Obsidian: this purple pipe will suck any item dropped in front of it. However, the item needs to be in the same block, but you can add redstone current to enlarge the range to one extra block. Very useful if you don't want to be in the collection spot of a farming machine.
Redstone: this pipe has been added by Eloraam (the author of the Integrated Redstone mod), and it's a pipe that emits redstone current anytime a block goes through it. It can be found in here.
Machines: The Automated Quarry, the Automated Miner, the Automated Crafting Table and the Filler are the four machines in the mod.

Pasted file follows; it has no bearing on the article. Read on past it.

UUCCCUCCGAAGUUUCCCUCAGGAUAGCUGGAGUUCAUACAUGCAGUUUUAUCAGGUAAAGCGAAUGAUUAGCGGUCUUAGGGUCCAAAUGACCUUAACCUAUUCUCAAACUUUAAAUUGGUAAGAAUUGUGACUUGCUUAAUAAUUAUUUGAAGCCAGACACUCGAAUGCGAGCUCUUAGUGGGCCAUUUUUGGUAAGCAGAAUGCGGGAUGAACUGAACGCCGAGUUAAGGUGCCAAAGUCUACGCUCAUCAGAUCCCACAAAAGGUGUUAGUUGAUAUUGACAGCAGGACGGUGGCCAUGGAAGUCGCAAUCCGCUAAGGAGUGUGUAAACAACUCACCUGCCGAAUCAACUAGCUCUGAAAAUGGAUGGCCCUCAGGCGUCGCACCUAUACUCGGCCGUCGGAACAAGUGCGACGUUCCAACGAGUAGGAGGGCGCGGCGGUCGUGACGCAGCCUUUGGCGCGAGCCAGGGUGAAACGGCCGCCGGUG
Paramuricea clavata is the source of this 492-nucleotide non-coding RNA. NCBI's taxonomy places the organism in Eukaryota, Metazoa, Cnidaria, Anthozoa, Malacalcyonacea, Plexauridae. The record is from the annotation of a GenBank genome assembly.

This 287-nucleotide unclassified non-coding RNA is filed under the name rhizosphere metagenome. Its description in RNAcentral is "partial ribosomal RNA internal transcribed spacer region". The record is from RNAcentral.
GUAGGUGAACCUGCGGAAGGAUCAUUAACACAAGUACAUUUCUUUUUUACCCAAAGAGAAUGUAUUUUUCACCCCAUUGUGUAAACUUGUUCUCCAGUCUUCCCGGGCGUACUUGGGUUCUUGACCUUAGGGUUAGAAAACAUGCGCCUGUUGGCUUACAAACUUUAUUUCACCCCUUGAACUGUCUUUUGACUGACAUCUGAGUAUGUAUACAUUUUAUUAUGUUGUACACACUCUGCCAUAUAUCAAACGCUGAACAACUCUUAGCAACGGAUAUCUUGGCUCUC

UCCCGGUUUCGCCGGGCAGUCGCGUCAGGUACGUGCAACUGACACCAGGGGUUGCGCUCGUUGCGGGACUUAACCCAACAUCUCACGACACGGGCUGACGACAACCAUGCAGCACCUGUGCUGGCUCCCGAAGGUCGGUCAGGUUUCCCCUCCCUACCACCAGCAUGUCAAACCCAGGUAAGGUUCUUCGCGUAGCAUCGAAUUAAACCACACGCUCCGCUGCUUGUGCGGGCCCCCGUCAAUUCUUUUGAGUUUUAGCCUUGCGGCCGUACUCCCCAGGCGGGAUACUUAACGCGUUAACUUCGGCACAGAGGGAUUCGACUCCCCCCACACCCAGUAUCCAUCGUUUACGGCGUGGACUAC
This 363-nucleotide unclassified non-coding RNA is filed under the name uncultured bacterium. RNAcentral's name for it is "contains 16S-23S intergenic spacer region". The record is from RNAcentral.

automated Quarry: It's a machine that makes a hole in the ground every time it takes a right click or a redstone tick (so a clock is needed to leave it in automatic). The mined items go out from its upper side, and using a pipe system is very advisable since the machine will make a big hole all the way to the bedrock (or a lava lake, which is good if you have a water source falling into the bottom when it comes to harvesting obsidian). You can use three markers to select an area and thus deciding the size of the quarry, or you can let it be its default size. The olny downsides to the machine is that you require 11 diamods and 8 gold bars (plus 20 iron bars, 20 cobblestone and 22 wood sticks), which can be difficult. However, the machine can be picked after it has finished and positioned somewhere else.